In common with the other major wine-producing nations of the “old world” such as France Germany and Spain, Italy has undergone something of a reality check during the course of the past 20 years. The old certainties that appeared to guarantee a healthy export trade reaching far into the future have been dented somewhat by the appearance of the new kids on the block. “New world” nations such as the United States, Argentina, Chile and, in particular, Australia have helped to concentrate minds and sweep away complacency.
This is not to say that the talent within the Italian wine industry was ever in danger of losing any of its power to seduce, simply that the long-standing image of the fiasco of red wine, namely a straw-covered bottle, and usually of questionable quality, has been thankfully consigned to the past. Now those all important export deals with foreign supermarkets are giving mass-market consumers names to get their tongues around that only a few years ago could only be found in the vocabularies of niche market enthusiasts.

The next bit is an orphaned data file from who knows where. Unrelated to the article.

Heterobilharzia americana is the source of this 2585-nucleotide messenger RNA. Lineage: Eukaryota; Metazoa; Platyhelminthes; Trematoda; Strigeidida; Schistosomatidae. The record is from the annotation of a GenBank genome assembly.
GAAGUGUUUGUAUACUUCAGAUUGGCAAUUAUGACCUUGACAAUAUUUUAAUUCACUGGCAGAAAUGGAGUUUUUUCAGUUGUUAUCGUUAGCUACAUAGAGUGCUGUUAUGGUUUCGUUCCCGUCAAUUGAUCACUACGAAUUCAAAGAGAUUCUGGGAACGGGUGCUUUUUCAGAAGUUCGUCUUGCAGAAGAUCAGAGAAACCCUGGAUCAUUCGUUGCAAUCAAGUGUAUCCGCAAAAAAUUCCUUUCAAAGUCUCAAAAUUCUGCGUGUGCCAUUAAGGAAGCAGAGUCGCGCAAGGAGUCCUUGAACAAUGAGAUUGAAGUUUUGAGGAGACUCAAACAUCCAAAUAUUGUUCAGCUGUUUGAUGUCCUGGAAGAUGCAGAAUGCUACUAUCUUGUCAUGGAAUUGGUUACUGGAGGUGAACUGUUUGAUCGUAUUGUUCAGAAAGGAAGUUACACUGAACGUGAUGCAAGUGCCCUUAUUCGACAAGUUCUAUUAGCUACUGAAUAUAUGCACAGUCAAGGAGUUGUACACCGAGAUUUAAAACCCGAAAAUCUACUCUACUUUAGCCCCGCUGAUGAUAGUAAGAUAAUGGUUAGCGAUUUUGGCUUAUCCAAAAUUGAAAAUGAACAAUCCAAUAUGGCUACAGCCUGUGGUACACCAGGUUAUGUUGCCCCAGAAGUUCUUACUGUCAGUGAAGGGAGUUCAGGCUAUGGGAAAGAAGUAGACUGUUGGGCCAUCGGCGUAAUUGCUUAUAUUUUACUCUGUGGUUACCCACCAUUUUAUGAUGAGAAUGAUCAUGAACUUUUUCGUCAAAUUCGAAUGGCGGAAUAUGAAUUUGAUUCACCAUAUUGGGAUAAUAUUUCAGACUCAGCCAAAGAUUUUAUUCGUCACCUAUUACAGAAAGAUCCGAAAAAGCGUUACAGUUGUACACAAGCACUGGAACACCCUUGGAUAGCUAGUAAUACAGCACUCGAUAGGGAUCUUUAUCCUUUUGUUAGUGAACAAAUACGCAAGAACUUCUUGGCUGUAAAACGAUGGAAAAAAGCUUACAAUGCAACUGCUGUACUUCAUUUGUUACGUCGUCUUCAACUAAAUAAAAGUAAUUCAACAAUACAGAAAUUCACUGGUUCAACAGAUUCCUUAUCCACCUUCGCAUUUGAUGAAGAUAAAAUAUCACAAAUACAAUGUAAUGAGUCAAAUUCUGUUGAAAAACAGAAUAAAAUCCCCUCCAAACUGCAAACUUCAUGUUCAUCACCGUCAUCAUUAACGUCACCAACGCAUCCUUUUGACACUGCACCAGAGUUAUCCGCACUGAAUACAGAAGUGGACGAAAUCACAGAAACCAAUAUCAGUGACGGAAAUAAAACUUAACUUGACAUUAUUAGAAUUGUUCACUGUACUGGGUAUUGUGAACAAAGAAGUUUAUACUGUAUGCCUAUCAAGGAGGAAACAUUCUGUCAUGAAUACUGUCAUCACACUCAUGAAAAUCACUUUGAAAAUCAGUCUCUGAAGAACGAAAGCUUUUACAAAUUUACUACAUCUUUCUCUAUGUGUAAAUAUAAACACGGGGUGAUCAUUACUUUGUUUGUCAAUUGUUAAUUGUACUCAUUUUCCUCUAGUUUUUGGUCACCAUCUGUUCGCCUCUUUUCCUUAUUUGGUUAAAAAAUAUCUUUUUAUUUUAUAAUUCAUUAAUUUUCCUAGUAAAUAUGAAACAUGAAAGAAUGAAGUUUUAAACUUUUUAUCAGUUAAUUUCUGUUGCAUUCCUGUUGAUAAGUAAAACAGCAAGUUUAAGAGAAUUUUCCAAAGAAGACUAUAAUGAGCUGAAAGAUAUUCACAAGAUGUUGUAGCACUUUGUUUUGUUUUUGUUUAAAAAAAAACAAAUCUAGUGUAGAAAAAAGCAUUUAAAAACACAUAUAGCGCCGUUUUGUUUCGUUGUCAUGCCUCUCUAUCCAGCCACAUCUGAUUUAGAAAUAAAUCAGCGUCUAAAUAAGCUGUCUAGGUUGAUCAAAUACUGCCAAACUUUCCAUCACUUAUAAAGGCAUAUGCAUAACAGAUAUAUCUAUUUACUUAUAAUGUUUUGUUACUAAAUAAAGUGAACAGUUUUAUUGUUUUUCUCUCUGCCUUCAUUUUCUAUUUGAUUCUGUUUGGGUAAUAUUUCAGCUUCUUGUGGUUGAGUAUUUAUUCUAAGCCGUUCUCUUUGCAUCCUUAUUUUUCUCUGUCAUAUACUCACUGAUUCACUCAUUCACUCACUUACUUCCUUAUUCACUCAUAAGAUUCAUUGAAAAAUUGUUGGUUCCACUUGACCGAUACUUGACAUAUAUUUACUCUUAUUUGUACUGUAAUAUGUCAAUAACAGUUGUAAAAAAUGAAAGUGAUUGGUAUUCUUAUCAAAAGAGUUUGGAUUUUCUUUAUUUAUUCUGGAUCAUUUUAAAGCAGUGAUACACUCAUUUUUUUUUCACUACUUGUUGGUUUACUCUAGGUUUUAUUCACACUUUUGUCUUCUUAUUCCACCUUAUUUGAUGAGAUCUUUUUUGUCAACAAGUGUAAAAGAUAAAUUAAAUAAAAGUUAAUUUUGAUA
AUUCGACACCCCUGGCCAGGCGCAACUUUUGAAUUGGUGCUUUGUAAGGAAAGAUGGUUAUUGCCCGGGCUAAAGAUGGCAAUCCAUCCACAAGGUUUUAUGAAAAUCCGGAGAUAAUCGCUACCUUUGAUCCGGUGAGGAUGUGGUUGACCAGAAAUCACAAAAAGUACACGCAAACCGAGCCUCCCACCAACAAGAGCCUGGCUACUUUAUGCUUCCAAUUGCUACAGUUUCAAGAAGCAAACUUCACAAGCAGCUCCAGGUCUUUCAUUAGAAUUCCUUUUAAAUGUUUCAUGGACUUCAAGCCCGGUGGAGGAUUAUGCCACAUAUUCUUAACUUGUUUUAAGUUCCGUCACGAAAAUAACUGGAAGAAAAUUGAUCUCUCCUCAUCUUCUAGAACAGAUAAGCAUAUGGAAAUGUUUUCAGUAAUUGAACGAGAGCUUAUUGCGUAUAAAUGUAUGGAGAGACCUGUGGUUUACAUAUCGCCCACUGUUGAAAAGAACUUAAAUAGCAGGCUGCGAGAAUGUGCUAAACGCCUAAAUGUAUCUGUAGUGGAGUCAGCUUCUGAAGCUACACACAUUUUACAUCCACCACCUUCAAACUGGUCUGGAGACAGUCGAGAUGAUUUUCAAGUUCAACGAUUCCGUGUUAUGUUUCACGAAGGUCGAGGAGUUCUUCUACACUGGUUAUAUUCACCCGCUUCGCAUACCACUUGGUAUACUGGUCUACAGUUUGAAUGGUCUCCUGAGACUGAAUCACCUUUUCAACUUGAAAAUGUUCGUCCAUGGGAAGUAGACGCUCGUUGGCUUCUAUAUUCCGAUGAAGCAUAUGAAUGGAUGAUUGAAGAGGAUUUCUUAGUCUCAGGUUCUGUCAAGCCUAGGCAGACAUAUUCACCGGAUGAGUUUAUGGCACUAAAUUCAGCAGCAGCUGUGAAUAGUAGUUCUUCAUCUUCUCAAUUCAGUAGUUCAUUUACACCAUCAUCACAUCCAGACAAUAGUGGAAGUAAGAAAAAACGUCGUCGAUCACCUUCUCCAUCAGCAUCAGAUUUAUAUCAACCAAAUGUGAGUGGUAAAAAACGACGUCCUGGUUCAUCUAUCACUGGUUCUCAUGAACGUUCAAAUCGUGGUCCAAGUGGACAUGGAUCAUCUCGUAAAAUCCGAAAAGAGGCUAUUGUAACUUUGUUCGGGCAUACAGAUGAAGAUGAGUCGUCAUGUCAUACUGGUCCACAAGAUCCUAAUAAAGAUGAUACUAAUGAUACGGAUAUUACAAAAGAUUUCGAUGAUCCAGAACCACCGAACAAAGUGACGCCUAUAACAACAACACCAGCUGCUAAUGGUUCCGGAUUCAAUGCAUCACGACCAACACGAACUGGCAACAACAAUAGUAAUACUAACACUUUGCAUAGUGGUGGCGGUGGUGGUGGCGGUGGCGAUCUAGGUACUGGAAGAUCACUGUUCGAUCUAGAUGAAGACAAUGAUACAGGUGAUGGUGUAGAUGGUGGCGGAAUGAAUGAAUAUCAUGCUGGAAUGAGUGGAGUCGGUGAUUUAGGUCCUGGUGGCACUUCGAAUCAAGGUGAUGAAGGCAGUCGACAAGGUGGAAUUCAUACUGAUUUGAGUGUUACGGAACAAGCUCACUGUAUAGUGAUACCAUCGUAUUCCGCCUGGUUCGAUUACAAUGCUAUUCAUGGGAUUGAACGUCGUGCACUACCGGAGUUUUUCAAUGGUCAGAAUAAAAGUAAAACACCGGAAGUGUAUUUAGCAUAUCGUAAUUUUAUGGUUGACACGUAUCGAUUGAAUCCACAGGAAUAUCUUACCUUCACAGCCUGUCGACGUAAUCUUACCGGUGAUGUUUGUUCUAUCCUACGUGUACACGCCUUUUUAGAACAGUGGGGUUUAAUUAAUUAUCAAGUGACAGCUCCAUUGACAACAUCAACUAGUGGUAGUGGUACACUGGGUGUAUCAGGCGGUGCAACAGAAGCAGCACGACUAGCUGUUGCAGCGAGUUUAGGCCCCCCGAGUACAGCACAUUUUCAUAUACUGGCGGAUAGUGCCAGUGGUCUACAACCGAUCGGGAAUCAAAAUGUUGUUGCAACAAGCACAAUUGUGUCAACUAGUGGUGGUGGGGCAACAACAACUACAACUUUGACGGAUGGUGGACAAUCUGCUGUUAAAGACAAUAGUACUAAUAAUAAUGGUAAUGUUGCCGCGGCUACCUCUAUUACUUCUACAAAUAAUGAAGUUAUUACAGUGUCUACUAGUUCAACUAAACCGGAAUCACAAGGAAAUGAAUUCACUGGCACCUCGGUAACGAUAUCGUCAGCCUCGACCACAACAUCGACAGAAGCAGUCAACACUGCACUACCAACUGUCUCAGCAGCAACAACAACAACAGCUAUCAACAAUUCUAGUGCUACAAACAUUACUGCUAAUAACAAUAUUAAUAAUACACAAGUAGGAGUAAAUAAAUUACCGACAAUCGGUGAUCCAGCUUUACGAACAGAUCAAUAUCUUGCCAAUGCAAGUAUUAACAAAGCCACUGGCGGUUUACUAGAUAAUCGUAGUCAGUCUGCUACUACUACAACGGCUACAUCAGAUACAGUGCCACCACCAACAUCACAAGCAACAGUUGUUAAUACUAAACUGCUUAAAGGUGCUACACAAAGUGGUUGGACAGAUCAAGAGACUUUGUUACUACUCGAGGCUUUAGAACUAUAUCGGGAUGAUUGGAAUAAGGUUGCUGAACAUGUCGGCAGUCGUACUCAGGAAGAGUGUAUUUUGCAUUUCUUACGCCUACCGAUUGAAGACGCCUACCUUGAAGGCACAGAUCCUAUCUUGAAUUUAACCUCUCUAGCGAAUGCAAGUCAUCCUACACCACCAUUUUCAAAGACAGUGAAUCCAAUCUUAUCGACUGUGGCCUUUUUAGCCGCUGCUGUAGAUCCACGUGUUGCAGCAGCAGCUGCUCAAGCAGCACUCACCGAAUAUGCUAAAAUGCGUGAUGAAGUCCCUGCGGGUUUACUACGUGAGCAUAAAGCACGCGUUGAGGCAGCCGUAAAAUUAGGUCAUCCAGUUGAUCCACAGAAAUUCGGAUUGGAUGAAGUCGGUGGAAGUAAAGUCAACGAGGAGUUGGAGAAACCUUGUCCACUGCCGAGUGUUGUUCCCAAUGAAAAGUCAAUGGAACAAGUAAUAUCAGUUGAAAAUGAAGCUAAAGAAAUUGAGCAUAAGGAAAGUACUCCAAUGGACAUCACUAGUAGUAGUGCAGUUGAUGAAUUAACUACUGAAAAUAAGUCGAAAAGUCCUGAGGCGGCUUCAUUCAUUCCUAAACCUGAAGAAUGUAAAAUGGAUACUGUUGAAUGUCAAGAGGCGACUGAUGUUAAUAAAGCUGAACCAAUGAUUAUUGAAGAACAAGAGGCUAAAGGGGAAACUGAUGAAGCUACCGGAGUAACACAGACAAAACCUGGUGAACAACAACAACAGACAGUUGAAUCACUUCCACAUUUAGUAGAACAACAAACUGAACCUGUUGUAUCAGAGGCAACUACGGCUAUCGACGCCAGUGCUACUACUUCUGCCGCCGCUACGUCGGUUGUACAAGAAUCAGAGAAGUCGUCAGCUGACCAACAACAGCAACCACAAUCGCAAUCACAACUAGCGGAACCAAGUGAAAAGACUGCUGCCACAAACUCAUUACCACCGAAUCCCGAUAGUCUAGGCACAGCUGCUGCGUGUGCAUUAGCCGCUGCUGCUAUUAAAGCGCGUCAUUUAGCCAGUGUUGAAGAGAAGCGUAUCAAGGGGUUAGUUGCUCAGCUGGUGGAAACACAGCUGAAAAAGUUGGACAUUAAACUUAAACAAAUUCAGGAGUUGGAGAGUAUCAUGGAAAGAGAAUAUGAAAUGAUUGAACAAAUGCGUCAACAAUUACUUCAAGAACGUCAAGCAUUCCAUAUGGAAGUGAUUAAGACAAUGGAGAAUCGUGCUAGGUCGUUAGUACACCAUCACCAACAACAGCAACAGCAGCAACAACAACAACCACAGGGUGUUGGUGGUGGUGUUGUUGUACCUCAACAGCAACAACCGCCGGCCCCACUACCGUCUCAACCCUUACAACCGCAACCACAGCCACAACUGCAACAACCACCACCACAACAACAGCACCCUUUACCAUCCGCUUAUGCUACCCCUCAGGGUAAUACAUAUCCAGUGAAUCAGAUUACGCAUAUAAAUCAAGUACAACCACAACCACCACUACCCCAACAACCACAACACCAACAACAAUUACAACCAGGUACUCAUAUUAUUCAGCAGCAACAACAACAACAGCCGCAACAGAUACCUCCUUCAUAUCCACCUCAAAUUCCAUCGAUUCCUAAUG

Chianti, once the first and very often the only name that sprang to mind when mentioning Italian wine, has been supplemented by Dolcetto, Montepulciano, Vernaccia and Frascati, to name but a few.
With a wine history dating back more than 4,000 years and a climate ideally suited to viticulture, Italy is one of the most diverse winemaking countries in the world. By the time the Greeks first came to southern Italy, wine had long been a part of everyday life. As Burton Anderson noted in his work The Wine Atlas of Italy, just a few decades ago, a daily supply of basic village wine cost Italians less than their daily supply of bread.“The Wine Bible” author Karen MacNeil notes that “In Italy, wine is food… wine and bread are as essential to an Italian dinner as a fork and knife (probably more so).” Grapes were so easily cultivated they named the country Oenotria, meaning the land of wine.
The Etruscans, followed by